dyrehave and bellevue

May 30, 2008

so the days are winding down…and i finally took the day trip i’ve been wanting to do all spring. i took my bike on the train and spent the day in/near klampenborg, visiting dyrehave and bellevue. jægersborg dyrehave (or ‘deer garden’) was once a private reserve for king frederick iii and is now managed as a forest park. about 2000 deer (of three different varieties! some albino…) live and roam free there (within the park boundaries) – it was really fun to be biking along and see them running through the woods. they’re not tame enough that you can walk right up to them, but are calm enough for a few action zoom photos. : ) after biking through dyrehave, i went to the beach at bellevue, where danish architect arne jacobsen designed a number of buildings in the 1930s, including some lovely and simple beach structures…which served as a nice background for some sunning and a little beach nap.

all of the park entrances have these official red gates

i’ve been told that peter liep’s house is a nice place to stop for a cup of hot chocolate in the park…but maybe not on such a gorgeous and sunny day. still, the decor is fitting…

also within the park is bakken, the world’s ‘oldest existing’ theme park…

the landscape in dyrehave is really great – lots of giant old trees…and some giant old tree ruin

my first close-up deer encounter

the lovely landscape…

…and the deerscape!

this was a great sight…two deer dashed out into the meadow in front of these riders

the ‘hermitage,’ a royal hunting lodge added by one of frederick’s successors

riders and the hermitage castle/detail of the lodge roof

on the other side of the hermitage, there were tons of schoolkids picnicking on the hill, looking out toward the øresund

landscape and hermitage/deer in the meadow, heading for the herd

deer crossing!

next stop was the harbour near klampenborg station…

explorer knud rasmussen looks out over the sound/looking down the beach toward bellevue

two residential typologies at bellevue

view of one of jacobsen’s beach structures

jacobsen structure details

changing/showering pavilions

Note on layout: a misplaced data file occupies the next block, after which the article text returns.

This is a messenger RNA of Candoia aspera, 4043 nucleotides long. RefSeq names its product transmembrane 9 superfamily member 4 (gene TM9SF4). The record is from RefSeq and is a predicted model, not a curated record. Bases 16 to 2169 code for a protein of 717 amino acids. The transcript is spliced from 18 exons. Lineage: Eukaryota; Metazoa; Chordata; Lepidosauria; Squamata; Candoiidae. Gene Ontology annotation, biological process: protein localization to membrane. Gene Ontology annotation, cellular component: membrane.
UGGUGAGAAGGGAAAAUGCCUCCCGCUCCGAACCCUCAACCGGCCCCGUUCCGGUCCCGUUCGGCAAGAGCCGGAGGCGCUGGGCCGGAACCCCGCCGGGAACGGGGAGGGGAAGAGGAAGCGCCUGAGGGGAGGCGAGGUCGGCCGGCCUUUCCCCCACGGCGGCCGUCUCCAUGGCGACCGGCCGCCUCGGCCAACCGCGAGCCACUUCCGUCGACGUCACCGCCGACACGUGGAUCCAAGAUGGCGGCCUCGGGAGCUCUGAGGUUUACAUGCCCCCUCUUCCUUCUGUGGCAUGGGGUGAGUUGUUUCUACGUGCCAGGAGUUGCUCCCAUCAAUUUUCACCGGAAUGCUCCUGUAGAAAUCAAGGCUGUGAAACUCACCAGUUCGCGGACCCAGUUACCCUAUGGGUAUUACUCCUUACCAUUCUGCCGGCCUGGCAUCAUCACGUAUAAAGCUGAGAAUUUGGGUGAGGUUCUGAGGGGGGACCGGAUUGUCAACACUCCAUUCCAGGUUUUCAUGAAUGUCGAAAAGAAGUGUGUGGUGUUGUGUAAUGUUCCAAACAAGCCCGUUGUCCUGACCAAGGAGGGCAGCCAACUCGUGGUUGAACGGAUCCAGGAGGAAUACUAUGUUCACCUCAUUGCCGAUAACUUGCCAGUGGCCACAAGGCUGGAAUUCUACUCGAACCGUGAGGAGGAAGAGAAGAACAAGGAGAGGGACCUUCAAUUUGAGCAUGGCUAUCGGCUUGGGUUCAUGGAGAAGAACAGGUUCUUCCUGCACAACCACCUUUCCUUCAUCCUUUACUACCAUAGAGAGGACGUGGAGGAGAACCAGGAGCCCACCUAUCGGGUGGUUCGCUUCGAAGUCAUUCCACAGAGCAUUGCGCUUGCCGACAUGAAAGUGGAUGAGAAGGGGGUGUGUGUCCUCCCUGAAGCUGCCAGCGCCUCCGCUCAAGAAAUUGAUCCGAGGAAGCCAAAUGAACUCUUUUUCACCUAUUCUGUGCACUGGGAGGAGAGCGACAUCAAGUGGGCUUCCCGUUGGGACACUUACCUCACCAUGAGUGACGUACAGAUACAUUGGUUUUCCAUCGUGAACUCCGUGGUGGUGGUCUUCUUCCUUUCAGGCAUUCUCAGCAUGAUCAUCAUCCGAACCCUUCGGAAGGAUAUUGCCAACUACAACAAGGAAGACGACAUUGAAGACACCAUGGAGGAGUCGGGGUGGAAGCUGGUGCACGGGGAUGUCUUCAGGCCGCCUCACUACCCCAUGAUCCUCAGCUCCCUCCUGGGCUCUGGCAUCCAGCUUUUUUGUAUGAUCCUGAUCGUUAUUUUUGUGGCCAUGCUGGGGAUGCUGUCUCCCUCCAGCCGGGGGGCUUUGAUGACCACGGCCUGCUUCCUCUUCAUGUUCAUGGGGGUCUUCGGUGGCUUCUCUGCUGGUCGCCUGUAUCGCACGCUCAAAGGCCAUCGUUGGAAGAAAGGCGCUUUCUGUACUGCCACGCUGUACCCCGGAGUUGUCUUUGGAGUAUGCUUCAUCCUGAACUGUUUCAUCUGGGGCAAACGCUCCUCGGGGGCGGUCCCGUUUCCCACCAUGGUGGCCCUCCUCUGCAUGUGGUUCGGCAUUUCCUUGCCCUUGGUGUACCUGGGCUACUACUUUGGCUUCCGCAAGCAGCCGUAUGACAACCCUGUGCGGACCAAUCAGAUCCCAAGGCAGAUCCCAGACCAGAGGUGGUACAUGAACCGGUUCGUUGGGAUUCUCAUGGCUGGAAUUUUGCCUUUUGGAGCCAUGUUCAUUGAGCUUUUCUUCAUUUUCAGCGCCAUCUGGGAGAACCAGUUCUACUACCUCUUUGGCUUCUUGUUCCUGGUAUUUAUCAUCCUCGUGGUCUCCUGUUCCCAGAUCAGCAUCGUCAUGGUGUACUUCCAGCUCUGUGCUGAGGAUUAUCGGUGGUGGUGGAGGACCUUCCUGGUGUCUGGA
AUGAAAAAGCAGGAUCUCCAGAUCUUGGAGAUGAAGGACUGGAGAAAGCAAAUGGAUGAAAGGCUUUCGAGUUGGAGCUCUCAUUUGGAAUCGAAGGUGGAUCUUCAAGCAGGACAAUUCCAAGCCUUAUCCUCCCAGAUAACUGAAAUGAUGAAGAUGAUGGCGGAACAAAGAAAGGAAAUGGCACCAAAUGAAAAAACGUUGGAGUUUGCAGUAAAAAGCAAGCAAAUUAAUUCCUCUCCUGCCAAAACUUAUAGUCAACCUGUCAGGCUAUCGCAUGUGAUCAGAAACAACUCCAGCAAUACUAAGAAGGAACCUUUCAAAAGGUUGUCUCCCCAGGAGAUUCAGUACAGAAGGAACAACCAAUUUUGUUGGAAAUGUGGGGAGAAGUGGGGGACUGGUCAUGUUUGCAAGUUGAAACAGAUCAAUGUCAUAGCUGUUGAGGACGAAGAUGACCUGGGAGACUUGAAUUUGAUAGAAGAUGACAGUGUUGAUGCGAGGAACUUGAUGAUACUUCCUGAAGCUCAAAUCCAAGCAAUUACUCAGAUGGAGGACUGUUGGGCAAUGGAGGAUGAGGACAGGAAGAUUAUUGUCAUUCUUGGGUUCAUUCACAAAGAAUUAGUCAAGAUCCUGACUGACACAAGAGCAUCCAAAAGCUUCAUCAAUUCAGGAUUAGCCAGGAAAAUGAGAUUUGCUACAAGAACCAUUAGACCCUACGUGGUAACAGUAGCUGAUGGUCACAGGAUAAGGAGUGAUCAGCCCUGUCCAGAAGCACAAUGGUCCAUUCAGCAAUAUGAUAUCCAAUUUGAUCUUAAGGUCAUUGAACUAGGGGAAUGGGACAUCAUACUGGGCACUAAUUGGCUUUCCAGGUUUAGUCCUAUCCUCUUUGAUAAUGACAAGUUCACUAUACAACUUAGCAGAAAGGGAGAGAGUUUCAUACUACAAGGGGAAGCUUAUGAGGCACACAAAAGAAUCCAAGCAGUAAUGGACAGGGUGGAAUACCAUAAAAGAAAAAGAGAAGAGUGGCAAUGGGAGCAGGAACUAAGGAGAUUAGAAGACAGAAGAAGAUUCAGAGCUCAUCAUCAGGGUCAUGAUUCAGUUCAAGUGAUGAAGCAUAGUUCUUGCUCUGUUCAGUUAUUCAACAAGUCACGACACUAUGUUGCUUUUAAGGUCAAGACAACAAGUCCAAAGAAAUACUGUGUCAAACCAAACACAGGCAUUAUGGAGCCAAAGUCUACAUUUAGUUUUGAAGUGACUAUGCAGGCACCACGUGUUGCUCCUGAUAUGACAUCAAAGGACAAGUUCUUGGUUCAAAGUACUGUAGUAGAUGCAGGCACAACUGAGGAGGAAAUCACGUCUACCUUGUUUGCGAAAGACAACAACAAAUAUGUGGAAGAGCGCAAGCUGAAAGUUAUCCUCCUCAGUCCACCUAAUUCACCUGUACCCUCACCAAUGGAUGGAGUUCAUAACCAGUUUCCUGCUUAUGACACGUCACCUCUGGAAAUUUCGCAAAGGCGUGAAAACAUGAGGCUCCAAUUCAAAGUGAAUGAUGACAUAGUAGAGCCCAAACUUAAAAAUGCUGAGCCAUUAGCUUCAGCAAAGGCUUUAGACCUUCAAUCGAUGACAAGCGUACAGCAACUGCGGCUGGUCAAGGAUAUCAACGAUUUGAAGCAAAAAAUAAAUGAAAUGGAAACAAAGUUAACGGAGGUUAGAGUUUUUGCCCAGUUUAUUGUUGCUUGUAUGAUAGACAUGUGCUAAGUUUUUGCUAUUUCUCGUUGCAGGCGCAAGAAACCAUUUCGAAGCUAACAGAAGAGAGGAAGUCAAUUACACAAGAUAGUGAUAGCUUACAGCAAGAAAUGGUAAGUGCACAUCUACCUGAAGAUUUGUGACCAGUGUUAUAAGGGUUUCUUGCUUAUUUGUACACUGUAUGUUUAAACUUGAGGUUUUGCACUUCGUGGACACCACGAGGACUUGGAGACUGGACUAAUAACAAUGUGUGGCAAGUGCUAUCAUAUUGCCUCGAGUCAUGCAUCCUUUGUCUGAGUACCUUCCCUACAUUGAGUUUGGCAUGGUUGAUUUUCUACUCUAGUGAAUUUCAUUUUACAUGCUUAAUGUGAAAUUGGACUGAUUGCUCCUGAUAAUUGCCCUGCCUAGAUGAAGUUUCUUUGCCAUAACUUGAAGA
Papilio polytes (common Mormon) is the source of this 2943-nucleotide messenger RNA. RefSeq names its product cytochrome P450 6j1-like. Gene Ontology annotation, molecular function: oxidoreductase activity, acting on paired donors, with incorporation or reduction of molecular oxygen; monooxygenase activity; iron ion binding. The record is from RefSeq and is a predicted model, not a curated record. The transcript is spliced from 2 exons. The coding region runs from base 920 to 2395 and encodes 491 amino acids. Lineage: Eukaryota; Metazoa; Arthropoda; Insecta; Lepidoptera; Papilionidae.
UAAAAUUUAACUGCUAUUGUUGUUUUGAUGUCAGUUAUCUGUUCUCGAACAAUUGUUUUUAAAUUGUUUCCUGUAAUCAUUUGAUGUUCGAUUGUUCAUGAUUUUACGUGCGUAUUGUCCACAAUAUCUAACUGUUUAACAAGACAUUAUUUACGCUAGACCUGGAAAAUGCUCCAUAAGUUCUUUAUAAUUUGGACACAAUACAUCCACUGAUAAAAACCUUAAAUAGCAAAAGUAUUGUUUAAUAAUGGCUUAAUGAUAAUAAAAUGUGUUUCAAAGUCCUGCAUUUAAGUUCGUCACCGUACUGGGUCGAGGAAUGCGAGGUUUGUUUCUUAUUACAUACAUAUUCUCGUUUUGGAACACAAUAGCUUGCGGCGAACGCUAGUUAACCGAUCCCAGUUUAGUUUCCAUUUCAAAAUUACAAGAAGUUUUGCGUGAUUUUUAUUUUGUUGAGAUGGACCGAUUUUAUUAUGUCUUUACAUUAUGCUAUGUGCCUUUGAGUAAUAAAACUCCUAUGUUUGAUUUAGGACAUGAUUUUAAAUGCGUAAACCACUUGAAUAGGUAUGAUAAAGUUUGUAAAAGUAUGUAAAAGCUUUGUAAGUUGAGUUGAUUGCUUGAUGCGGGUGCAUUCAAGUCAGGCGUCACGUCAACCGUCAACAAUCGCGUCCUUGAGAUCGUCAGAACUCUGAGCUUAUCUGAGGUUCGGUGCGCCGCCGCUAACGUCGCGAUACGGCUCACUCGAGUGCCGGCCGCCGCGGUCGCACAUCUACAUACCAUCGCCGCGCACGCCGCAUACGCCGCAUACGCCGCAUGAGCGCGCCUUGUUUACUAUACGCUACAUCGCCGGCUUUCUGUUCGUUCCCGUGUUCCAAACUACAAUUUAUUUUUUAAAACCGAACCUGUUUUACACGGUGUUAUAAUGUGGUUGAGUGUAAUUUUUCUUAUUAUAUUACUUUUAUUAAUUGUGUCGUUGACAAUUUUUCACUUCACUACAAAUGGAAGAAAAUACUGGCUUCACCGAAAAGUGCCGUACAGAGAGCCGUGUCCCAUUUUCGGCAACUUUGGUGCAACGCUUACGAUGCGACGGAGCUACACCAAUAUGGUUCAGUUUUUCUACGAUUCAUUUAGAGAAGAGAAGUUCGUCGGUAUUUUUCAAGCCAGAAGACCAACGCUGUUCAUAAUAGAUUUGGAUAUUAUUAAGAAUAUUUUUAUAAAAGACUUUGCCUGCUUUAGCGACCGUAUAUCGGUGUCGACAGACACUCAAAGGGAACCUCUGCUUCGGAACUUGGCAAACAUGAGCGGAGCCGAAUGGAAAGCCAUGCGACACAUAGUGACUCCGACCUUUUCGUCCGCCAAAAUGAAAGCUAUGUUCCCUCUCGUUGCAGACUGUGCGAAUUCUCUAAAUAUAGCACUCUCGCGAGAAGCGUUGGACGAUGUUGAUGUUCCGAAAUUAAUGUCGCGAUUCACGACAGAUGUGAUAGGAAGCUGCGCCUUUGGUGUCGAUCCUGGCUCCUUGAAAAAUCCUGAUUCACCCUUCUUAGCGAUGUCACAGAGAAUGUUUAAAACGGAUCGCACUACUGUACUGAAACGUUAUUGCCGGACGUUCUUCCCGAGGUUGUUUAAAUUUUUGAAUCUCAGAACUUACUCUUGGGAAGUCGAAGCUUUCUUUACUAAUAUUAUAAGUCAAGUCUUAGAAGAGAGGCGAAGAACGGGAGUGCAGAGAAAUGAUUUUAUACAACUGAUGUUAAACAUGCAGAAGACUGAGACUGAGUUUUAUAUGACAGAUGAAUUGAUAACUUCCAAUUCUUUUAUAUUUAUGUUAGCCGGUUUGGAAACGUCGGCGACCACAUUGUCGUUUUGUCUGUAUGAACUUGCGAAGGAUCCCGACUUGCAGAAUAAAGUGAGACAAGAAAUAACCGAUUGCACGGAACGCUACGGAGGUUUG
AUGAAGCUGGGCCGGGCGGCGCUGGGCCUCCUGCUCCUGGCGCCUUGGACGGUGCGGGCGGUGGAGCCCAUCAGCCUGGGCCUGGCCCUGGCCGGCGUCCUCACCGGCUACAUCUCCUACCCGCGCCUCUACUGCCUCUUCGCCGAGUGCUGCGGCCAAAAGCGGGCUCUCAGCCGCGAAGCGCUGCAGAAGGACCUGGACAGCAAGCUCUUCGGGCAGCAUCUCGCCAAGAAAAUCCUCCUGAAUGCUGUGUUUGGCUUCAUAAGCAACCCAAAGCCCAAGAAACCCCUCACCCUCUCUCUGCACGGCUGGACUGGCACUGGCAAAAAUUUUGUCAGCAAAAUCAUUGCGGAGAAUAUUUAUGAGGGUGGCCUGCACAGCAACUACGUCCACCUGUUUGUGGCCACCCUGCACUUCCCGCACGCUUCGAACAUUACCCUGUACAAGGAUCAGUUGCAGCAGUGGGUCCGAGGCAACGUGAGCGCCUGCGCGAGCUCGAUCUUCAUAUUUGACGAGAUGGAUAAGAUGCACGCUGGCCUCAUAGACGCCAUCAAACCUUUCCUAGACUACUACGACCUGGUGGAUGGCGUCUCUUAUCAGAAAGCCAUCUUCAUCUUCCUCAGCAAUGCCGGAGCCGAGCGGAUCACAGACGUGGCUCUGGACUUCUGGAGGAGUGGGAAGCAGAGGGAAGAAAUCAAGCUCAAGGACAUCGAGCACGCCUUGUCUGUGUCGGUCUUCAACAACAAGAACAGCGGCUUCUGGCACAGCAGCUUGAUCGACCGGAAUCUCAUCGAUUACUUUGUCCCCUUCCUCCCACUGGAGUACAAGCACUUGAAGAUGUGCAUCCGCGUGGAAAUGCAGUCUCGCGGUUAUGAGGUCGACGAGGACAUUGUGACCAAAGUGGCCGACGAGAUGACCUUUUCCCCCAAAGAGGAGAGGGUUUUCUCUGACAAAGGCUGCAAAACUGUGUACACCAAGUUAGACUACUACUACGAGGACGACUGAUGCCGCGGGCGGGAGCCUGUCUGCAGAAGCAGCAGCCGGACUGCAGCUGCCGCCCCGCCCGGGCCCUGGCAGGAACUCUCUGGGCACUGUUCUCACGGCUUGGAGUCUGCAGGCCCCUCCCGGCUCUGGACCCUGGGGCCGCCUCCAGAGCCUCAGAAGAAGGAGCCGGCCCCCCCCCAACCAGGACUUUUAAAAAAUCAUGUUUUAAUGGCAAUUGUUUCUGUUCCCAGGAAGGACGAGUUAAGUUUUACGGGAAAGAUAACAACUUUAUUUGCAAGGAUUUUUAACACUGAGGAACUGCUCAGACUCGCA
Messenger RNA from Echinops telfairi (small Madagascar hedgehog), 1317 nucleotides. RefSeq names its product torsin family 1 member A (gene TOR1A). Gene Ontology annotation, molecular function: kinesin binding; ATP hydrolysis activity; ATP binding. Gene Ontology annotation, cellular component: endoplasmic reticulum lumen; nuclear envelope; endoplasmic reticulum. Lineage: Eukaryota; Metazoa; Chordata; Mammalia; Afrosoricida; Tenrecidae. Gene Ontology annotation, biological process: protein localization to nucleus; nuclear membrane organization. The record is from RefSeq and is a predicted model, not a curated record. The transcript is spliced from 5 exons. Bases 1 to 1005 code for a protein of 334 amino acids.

beach-facing elevation detail – nice and simple! and white – very danish…

my napping spot…a perfect end to a lovely trip!


visiting bornholm’s round churches was one of the ‘themes’ of our trip. the collection of four churches is a kind of architectural icon for bornholm – they’re all similar in form, materials, and construction (though each has its own individual personality), and were all built between 1150 and 1250. they’re super practical buildings – the round shape of the churches allowed them to serve as storage places for grain and other commodities as well as to defend against viking raids during the unrest of the middle ages. there are also some theories afloat about a connection between the round churches and the knights templar, who were crusading around this time. the churches are two or three stories and are constructed of thick stone walls with central pillars that support circular barrel vaults on each floor. the conical roofs were added in 1600; before that, the churches were crowned with open battlements and embrasures (so they looked more like little castles). i really enjoyed visiting them – and they’re spaced out quite well on the island, so it gave us a chance to see a lot of the in-between. it was fun to search for them, because we could see the conical roofs from so far away…they’re definitely landmarks on the very rural island. and they’re lovely little buildings. so…here’s a mini-tour of bornholm’s round churches:


olsker church is the tallest and slimmest of the four churches – it’s on a hill and is so tall relative to its surroundings that it once served as a navigation point for fisherman at sea; it gets its name from the hero-king ‘olaf the holy,’ a major figure in a battle between the christians and the heathens

the buttresses were added in the 1800s to stabilize it/tiny apse

inside detail/outside detail

we got to climb up to the third level…via this wee door and steep staircase/the wooden roof construction is amazing!!

the round nave and tiny ship hanging from the ceiling; the upper part of the central column is painted with frescoes of biblical scenes/spiral stair to the choir


nyker church (‘new church’ or ‘all saints church’) was built from granite boulders, except for the central column, which was constructed using local limensgade stone

nyker was the smallest of the four churches, with only two stories (it used to have three, but the top level was removed with the battlements)